Reversal of Inverclyde
The 2020 Budget announced provisions to reverse last year’s FTT decision in Inverclyde. In that case, HMRC denied the appellant LLPs’ claims for Business Property Renovation Allowance on the basis that the LLPs did not carry on a business with a view to a profit. The LLPs argued that, if that were the case, HMRC were wrong to open enquiries into their members’ returns as the LLPs would be opaque for tax purposes, and thus the amendments removing the allowance were invalid. HMRC argued that, because the LLPs filed a partnership return, they were entitled to open an enquiry. The FTT agreed with the taxpayers.
Although the draft legislation has not yet been released, documents released alongside the budget indicate that the new provisions will reverse the Inverclyde decision retrospectively. From the date of Royal Assent of the Finance Bill 2020, HMRC will be allowed to amend LLP members’ returns to reflect its conclusion that an LLP is not trading with a view to profit. All amendments already made on this basis will also be valid.
The new powers tackling promoters of avoidance schemes
Under new proposals in draft Finance Bill 2021, HMRC will have wider information powers and be able to impose tougher sanctions on those who continue to promote or enable tax avoidance schemes. Whilst a robust approach to tackle unacceptable behaviour by a minority of promoters is entirely welcome, the new rules would arguably impose unnecessary administrative burdens on those operating within the law.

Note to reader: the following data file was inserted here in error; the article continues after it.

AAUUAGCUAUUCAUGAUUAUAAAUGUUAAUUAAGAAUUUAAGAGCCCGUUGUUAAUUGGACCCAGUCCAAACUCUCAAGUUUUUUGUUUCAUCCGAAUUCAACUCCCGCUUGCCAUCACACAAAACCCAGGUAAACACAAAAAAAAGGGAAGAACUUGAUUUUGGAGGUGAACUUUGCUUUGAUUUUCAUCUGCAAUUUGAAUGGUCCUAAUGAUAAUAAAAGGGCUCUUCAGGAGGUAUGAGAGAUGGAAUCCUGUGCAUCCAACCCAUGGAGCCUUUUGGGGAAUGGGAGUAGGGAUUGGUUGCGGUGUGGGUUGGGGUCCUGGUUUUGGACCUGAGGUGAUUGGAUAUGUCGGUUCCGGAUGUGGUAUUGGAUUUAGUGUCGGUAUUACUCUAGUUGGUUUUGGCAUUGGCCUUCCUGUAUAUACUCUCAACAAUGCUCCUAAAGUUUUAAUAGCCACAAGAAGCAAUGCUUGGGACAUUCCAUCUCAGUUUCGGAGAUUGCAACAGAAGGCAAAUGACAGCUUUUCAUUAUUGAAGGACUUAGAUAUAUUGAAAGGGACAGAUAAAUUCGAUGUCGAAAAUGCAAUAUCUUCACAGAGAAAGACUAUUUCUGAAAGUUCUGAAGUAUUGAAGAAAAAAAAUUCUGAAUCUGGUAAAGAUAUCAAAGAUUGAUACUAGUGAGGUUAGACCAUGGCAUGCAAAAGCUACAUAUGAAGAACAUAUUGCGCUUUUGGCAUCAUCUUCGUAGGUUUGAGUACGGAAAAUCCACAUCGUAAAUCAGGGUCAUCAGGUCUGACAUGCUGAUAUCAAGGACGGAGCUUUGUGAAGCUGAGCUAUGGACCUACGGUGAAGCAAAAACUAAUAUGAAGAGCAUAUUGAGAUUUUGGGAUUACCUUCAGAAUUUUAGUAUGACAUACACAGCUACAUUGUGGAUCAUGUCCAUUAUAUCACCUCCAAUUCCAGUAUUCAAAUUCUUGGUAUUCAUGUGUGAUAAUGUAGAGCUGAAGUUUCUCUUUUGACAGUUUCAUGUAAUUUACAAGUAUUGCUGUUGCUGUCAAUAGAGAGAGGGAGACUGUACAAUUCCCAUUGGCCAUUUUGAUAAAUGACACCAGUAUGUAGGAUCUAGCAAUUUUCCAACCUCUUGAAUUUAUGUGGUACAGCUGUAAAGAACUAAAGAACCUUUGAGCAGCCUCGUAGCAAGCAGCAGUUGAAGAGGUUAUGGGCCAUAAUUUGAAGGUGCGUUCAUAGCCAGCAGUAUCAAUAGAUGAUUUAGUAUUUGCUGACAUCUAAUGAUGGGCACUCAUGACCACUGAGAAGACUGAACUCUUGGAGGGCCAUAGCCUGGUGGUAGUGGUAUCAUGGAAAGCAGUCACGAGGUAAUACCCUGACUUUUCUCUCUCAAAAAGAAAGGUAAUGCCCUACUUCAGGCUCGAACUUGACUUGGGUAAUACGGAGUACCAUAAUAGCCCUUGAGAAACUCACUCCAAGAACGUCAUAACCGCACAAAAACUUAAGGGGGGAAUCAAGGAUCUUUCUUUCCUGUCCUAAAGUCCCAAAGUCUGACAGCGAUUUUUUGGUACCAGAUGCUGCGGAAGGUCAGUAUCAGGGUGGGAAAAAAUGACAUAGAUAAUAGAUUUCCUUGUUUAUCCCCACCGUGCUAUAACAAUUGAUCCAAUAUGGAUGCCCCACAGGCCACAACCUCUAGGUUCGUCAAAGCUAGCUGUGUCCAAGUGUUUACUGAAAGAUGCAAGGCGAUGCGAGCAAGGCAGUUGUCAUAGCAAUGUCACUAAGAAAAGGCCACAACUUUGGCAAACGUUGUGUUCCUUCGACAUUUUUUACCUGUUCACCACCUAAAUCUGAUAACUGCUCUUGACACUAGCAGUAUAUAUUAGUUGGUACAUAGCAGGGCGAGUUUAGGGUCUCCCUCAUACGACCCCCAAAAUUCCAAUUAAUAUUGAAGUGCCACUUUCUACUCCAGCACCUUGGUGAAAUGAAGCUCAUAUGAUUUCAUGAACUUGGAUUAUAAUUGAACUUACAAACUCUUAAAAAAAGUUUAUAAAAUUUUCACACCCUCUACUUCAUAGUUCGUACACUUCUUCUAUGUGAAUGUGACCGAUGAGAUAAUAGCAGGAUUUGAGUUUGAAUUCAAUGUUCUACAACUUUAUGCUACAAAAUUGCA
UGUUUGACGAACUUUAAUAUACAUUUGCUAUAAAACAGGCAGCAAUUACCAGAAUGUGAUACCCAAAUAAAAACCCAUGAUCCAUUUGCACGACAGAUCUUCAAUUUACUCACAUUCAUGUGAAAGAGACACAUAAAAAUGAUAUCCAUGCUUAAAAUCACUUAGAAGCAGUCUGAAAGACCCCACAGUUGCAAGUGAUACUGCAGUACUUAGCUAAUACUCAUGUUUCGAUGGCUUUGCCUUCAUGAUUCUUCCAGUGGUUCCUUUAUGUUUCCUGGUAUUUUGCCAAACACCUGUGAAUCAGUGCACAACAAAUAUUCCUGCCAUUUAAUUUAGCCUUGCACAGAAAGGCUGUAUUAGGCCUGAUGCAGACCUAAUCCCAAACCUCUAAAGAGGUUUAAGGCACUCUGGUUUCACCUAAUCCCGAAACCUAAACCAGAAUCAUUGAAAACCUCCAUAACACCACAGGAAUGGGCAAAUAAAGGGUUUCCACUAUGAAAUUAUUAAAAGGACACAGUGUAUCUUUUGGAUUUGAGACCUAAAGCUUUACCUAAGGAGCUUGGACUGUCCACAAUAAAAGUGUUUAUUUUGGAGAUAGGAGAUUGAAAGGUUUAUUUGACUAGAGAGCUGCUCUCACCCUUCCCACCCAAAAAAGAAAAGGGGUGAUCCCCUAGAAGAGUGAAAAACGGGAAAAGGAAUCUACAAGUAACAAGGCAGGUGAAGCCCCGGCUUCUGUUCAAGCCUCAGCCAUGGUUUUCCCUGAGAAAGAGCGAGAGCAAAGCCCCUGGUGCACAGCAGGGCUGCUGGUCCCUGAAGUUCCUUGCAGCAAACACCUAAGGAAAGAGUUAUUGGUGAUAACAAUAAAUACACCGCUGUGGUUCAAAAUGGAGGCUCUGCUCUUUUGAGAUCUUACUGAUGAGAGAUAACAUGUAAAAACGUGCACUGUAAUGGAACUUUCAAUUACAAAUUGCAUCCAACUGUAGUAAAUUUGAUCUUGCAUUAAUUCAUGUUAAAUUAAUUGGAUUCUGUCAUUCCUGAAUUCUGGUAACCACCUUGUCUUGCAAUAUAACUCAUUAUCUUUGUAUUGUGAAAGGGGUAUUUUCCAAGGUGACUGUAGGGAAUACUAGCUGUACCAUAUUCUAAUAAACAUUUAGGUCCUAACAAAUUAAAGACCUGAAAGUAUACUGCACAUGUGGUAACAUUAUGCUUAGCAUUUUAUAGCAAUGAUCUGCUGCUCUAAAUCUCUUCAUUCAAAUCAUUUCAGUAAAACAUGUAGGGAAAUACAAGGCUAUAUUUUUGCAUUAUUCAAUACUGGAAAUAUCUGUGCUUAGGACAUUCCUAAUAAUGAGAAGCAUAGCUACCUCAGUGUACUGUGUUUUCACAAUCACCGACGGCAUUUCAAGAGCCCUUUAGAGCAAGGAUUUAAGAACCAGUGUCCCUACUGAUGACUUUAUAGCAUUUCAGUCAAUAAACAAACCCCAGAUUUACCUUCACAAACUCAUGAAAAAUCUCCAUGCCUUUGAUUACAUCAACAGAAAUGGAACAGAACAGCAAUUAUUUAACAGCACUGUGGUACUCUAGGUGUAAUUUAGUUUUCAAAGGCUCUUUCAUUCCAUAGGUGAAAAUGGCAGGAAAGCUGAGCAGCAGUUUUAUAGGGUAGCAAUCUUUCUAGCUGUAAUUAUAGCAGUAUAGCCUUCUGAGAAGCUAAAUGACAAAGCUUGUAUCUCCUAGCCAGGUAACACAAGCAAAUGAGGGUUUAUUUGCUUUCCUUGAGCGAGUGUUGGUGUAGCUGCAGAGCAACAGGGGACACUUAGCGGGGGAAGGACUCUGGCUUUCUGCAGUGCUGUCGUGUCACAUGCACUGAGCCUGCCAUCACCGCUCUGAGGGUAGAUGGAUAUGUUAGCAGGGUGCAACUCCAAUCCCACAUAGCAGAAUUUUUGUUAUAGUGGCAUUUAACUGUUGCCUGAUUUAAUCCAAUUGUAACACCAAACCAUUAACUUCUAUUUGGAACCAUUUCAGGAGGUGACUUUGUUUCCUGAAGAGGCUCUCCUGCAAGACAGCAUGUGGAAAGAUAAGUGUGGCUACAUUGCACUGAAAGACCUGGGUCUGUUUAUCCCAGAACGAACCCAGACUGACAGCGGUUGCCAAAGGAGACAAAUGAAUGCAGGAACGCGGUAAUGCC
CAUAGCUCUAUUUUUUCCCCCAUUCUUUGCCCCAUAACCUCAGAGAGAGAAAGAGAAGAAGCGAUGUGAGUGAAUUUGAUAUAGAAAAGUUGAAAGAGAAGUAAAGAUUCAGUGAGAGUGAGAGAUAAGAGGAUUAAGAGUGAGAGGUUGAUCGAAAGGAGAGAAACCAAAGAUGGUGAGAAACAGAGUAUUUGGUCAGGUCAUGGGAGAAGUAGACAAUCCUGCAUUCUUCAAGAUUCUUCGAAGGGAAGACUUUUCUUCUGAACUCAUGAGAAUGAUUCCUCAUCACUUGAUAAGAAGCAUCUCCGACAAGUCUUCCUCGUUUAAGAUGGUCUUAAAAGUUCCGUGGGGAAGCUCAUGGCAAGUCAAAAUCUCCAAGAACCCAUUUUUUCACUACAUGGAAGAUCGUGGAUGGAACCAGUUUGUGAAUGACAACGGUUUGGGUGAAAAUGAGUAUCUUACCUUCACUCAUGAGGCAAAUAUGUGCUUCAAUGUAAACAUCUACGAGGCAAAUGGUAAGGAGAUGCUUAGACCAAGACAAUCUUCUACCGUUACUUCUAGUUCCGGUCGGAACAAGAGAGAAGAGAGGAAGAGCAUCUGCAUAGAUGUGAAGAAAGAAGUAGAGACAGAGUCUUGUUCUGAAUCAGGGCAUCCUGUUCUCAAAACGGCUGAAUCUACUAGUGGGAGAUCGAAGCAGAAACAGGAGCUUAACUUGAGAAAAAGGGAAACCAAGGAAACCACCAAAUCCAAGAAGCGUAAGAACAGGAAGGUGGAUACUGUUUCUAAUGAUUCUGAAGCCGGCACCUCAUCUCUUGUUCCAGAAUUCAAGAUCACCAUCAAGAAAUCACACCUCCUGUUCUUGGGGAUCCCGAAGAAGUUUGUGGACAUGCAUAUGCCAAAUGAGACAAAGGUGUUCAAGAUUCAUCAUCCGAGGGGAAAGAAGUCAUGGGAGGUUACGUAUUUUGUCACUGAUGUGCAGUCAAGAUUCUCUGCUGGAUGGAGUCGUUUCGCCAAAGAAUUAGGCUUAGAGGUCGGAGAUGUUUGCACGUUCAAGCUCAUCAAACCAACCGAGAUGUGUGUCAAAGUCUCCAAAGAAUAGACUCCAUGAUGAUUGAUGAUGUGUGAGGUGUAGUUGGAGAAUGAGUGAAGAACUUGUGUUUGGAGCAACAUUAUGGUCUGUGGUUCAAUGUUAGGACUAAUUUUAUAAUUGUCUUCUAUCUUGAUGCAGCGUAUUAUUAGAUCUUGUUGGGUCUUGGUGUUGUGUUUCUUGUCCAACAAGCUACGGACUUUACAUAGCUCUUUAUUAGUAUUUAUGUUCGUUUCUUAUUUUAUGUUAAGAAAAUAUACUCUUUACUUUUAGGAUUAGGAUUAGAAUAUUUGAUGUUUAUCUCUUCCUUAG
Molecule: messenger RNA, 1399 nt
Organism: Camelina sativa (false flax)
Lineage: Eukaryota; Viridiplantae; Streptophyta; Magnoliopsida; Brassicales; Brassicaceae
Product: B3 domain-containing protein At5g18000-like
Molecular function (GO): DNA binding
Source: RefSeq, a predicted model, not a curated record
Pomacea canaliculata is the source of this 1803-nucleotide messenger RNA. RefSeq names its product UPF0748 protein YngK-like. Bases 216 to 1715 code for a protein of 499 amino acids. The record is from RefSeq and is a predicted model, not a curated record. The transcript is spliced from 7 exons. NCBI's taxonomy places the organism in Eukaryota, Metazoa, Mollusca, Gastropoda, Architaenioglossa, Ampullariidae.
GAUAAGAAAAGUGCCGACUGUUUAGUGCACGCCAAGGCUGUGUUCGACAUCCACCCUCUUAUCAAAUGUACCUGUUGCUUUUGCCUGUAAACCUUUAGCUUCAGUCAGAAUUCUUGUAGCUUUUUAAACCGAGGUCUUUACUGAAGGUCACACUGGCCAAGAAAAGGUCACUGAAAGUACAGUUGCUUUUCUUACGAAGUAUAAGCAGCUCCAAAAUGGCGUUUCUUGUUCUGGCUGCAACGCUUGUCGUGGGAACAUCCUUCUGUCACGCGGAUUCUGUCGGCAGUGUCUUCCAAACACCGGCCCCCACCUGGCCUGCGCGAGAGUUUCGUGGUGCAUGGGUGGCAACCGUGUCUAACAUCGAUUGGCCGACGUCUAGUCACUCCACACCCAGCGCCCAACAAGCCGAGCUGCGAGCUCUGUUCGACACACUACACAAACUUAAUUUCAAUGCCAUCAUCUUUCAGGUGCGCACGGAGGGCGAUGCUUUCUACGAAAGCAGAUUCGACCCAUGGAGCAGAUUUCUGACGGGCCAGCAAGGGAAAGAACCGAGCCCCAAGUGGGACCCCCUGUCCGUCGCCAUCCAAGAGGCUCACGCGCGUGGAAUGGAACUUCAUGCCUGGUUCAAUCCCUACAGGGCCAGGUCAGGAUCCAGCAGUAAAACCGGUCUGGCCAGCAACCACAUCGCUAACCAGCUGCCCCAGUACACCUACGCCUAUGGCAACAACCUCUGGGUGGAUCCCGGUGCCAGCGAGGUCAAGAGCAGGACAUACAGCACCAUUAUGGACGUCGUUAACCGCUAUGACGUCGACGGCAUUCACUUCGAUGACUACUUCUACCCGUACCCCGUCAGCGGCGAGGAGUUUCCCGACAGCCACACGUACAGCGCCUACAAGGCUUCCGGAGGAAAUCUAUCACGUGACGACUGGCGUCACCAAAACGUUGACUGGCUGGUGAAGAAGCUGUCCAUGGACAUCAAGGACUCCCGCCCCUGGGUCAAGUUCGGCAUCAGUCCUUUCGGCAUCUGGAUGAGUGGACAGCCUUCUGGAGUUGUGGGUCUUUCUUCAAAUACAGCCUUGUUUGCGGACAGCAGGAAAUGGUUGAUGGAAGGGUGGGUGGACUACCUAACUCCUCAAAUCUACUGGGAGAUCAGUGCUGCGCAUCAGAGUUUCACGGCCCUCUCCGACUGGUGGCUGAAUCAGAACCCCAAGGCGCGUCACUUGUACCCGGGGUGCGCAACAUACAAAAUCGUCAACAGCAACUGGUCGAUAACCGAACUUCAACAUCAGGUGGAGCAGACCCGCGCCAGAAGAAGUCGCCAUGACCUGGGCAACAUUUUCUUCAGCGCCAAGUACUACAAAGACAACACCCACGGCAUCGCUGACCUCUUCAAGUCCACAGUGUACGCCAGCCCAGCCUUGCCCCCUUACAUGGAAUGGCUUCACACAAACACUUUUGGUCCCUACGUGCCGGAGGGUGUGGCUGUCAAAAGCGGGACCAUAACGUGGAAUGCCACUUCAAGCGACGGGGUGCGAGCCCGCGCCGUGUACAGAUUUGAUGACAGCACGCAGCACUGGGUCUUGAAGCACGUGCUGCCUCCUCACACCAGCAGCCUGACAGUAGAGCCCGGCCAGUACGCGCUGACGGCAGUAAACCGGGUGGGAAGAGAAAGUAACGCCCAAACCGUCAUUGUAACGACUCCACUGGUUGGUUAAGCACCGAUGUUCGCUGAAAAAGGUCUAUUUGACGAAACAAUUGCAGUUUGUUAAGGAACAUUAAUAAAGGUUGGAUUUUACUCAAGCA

Draft Finance Bill 2020–21—promoters and enablers of tax avoidance schemes
Helen McGhee, senior associate at Joseph Hage Aaronson LLP, shares her insights on the Draft Finance Bill 2020–21 and its impact on promoters and enablers of tax avoidance schemes.
Apple and Ireland Win €13bn State Aid Appeal
The General Court of the European Union has today annulled the Commission’s decision regarding two Irish tax rulings in favour of Apple. The Commission had considered that the two rulings constituted State Aid, granting Apple €13bn in unlawful tax advantages.
The Price of Property
Helen McGhee looks at the present state of UK tax rules that must be considered when owning and disposing of UK property.
Inheritance tax problems in Finance Bill 2020
The rules on excluded property trusts are due to change with effect from royal assent. These changes are complex, and the new rules can have an unexpected and retroactive effect. Emma Chamberlain explores these rules to determine whether it may be necessary to exclude the settlor going forward as a beneficiary.